Thursday, March 19, 2009
Don't ask me why, but lately I've been thinking a lot about characters and redemption--and being able to forgive characters' transgressions. The heroine I'm currently writing (from A MIDNIGHT CLEAR, Oct. '09) did something really stupid in the past, which led to another occurrence that I hope modern readers can forgive her for. I *think* they will be able to, mostly because I've made it clear that she isn't the stupid 19-year-old girl that she was then, that she's 'paid' for it, and--here's the biggest part--in many ways, she was simply a victim to her time (the Edwardian era--so, early 1900's) and circumstances.
Many writers and readers are drawn to 'bad boy' heroes, but they must be redeemed, or we, as writers and readers, must at least be able to understand why they do what they do, and be able to forgive it. In romance, you see a lot of "He's a thief, yes, but he's secretly stealing to feed his starving siblings," or "He's a rake, yes, but he was abandoned/rejected by both his mother and father and therefore is emotionally detached and afraid to get close to someone, lest they abandon/reject him, too." (I confess, I used a variation on this in my June 2007 release, TO LOVE A SCOUNDREL). Even some of our favorite romantic movies have had similar 'excuses' when our hero has done something cruel to our heroine ("Becoming Jane," for instance. How could you NOT forgive poor Mr. Lefroy? Jane did.)
But where do you draw the line? Just last week, we brought up Anakin Skywalker as an example of a hot, tortured hero. I confess, I'm a major Star Wars nerd, and while I can easily point out the negatives (and there's tons of them!) in the three newer Star Wars movies, I still loved them, and mostly was intrigued by Anakin's character arc. What made him turn from the curious/smart little boy who grew into a young man passionately in love with Padme, a Jedi with rare talents who had the potential to 'bring balance to the Force'-- to the evil Sith Lord, Darth Vader?
Just as I assumed, it wasn't just some fanatical quest for power that led him to the Dark Side--it was his love for Padme (by then his wife, pregnant with his child). He was convinced she was going to die, and he would have done *anything* to save her, including casting his lot with the 'bad guys.' And that's exactly what he did. But what about there near the end of "Revenge of the Sith," when his pregnant wife showed up and tried to reason with him...only he'd become so twisted that he became jealous and crazed, and strangled her, almost killing her?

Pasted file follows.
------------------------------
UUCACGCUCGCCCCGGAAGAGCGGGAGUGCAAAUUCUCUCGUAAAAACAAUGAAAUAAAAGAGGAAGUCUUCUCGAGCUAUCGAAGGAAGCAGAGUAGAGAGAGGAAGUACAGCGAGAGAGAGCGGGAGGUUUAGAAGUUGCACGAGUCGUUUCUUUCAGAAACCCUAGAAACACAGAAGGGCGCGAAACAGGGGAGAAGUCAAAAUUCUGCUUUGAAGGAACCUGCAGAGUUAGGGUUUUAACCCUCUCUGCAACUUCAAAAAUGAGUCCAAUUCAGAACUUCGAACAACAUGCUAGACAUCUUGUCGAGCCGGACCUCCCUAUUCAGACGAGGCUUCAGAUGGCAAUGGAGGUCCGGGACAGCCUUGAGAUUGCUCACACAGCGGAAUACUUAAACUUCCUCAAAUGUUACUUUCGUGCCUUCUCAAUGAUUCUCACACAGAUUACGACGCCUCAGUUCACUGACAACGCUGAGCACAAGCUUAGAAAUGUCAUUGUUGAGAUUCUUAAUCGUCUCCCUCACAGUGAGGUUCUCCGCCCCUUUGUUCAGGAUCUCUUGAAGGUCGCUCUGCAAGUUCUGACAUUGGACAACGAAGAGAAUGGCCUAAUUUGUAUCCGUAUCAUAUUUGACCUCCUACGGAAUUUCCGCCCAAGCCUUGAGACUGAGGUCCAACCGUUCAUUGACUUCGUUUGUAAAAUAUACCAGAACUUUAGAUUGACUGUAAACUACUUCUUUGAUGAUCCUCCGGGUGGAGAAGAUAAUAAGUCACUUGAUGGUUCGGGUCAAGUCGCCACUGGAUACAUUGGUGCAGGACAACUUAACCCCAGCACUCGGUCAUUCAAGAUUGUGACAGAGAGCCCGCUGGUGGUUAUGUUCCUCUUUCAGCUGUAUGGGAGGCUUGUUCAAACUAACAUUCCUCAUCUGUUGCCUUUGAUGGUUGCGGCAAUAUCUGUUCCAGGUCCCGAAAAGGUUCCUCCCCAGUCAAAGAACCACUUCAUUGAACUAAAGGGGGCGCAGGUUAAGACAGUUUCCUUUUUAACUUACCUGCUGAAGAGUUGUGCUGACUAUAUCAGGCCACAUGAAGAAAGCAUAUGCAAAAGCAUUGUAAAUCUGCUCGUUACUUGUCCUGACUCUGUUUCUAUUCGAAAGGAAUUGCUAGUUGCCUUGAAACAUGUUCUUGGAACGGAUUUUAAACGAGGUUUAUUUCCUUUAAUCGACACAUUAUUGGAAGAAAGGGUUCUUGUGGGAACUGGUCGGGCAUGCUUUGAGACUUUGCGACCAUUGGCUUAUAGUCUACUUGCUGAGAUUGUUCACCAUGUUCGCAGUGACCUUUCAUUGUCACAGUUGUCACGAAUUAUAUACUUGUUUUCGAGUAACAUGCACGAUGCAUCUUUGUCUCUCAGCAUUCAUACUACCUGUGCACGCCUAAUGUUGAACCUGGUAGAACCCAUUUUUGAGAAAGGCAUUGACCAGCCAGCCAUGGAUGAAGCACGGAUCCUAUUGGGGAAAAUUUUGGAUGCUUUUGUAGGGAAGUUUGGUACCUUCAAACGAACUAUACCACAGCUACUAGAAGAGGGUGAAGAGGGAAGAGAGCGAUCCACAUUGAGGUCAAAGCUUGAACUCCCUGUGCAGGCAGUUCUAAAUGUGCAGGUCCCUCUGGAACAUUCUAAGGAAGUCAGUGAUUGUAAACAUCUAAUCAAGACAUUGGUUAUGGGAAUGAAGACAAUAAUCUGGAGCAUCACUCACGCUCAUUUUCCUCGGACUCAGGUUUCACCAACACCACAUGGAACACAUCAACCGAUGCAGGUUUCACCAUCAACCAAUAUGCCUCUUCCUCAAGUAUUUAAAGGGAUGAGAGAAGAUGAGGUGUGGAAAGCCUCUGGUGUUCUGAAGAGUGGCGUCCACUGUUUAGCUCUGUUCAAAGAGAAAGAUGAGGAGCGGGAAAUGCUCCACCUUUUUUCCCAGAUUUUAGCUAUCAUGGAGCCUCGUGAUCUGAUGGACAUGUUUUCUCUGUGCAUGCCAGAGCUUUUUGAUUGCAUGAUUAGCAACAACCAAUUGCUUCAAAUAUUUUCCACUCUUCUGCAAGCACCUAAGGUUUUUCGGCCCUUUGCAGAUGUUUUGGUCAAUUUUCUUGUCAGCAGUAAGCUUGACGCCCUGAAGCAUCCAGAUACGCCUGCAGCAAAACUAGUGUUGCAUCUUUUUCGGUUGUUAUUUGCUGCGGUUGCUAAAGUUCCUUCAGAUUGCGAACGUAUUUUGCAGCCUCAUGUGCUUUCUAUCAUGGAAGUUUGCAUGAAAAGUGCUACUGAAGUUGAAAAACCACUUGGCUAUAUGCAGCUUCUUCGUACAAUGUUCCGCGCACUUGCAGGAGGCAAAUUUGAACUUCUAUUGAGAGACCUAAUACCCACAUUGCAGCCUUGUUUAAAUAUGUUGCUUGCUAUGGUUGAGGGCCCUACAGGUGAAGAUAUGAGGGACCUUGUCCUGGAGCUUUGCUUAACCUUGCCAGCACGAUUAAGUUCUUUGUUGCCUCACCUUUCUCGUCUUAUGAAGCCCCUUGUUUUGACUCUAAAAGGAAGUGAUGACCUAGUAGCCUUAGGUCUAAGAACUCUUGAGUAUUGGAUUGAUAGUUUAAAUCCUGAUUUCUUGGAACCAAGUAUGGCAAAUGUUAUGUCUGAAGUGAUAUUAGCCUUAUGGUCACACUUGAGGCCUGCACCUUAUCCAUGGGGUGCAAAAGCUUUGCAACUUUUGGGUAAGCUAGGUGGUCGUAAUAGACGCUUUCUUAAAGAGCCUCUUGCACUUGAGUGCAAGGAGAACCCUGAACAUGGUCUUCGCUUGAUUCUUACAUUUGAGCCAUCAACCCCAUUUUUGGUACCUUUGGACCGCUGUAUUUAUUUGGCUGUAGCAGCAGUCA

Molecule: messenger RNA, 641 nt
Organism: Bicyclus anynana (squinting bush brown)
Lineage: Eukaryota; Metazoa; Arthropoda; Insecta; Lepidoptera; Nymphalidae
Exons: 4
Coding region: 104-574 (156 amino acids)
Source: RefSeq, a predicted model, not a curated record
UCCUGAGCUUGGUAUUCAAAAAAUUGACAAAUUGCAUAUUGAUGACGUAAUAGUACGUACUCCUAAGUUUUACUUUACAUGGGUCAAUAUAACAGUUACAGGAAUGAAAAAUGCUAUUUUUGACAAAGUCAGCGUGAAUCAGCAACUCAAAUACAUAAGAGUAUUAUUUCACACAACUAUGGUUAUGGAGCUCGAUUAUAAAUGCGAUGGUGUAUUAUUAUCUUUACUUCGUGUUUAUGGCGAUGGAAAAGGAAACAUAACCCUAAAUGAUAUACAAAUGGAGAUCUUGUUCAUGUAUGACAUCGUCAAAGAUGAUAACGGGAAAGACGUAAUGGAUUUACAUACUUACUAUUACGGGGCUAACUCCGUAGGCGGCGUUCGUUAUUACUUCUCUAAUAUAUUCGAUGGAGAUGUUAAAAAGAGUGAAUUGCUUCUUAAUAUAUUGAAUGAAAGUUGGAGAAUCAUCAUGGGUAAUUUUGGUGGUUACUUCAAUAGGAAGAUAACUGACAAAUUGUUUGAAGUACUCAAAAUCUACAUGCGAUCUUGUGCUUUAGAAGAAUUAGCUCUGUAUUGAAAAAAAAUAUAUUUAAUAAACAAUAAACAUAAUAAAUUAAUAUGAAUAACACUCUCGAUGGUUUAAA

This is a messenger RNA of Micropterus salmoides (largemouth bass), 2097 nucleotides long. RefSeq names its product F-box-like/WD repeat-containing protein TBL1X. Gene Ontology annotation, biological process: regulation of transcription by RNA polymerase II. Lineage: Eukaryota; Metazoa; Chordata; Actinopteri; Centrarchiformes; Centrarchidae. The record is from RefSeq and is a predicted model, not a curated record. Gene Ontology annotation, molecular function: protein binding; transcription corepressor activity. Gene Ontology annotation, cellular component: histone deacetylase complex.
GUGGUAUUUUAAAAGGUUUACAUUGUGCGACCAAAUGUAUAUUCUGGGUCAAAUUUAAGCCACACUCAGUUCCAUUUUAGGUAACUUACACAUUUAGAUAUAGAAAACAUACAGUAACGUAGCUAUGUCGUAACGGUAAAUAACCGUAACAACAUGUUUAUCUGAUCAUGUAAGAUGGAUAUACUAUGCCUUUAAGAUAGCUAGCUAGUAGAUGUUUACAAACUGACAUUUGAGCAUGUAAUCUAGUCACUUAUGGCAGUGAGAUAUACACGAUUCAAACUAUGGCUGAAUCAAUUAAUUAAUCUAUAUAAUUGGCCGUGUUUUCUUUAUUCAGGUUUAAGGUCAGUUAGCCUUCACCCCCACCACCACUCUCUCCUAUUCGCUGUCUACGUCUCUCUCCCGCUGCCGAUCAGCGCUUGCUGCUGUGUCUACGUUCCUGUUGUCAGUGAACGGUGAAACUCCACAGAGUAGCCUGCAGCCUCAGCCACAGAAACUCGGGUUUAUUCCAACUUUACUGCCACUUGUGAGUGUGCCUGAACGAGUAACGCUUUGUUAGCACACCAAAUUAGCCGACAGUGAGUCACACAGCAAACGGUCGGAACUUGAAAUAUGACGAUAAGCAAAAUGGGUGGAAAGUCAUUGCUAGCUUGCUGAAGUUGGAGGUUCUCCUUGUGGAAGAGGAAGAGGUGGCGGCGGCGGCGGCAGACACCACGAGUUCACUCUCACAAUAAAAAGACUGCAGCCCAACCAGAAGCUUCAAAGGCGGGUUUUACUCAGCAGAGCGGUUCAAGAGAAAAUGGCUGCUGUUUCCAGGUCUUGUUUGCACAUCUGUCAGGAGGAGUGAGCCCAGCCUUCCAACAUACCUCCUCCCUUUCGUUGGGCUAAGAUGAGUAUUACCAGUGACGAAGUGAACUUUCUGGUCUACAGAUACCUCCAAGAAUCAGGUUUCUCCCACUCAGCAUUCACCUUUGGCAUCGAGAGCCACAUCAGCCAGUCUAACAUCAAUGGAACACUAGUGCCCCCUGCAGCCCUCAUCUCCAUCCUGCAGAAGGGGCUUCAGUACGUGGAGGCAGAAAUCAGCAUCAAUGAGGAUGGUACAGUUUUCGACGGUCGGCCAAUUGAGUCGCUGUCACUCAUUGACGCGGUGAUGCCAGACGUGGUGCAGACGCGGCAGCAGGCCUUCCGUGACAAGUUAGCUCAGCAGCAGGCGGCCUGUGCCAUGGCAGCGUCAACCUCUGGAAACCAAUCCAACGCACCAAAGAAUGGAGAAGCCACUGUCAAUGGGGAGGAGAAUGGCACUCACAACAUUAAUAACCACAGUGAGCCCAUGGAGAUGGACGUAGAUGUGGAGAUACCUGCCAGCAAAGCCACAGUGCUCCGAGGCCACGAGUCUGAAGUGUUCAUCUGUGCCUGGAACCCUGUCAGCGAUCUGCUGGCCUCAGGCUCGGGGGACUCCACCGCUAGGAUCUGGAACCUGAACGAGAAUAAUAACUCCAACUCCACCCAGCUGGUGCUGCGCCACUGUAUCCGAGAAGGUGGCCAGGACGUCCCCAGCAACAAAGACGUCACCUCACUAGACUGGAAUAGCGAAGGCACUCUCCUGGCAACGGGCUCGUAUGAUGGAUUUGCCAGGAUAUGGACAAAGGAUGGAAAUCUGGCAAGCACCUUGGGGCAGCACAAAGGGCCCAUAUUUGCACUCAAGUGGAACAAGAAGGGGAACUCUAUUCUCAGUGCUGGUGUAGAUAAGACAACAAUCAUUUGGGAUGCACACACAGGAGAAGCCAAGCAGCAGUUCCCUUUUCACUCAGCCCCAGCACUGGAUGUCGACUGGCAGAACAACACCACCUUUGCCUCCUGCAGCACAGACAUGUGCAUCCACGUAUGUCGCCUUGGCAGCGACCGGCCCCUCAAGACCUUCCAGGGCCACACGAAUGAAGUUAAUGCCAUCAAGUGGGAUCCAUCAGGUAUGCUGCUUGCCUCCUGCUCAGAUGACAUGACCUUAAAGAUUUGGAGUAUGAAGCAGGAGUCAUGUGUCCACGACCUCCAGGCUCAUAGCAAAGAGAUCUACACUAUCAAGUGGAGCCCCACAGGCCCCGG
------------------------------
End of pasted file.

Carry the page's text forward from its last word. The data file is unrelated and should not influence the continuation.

At that point, can we still sympathize with Anakin? Can we still forgive him, since he only started down that dark path *because* he loved her so much and was desperate to save her? Is it easier to forgive him because we can see that he takes no joy in doing 'bad stuff' (see the top picture--notice the tears)? Is it easier because we've already seen "Star Wars: Return of the Jedi," and we know that ultimately Anakin/Vader kills the Emperor and saves Luke, redeeming himself? Does it change the way you look at Vader, if you see the original three movies now?
Can you fully accept a 'redeemed' hero (or heroine!) who's done some really bad things in the past? Does he need to have had sympathetic reasons for having done his misdeeds in order for him to be fully redeemed in your eyes (i.e., stealing to feed starving siblings, or Vader's fanatical desire to save Padme's life)? If so, is there somewhere you draw the line? (for example, I could *never* accept a redeemed rapist--no matter what the circumstances were--but I am able to sympathize with Anakin/Vader). Some thoughts to ponder...
Posted by Kristi Cook at 9:58 AM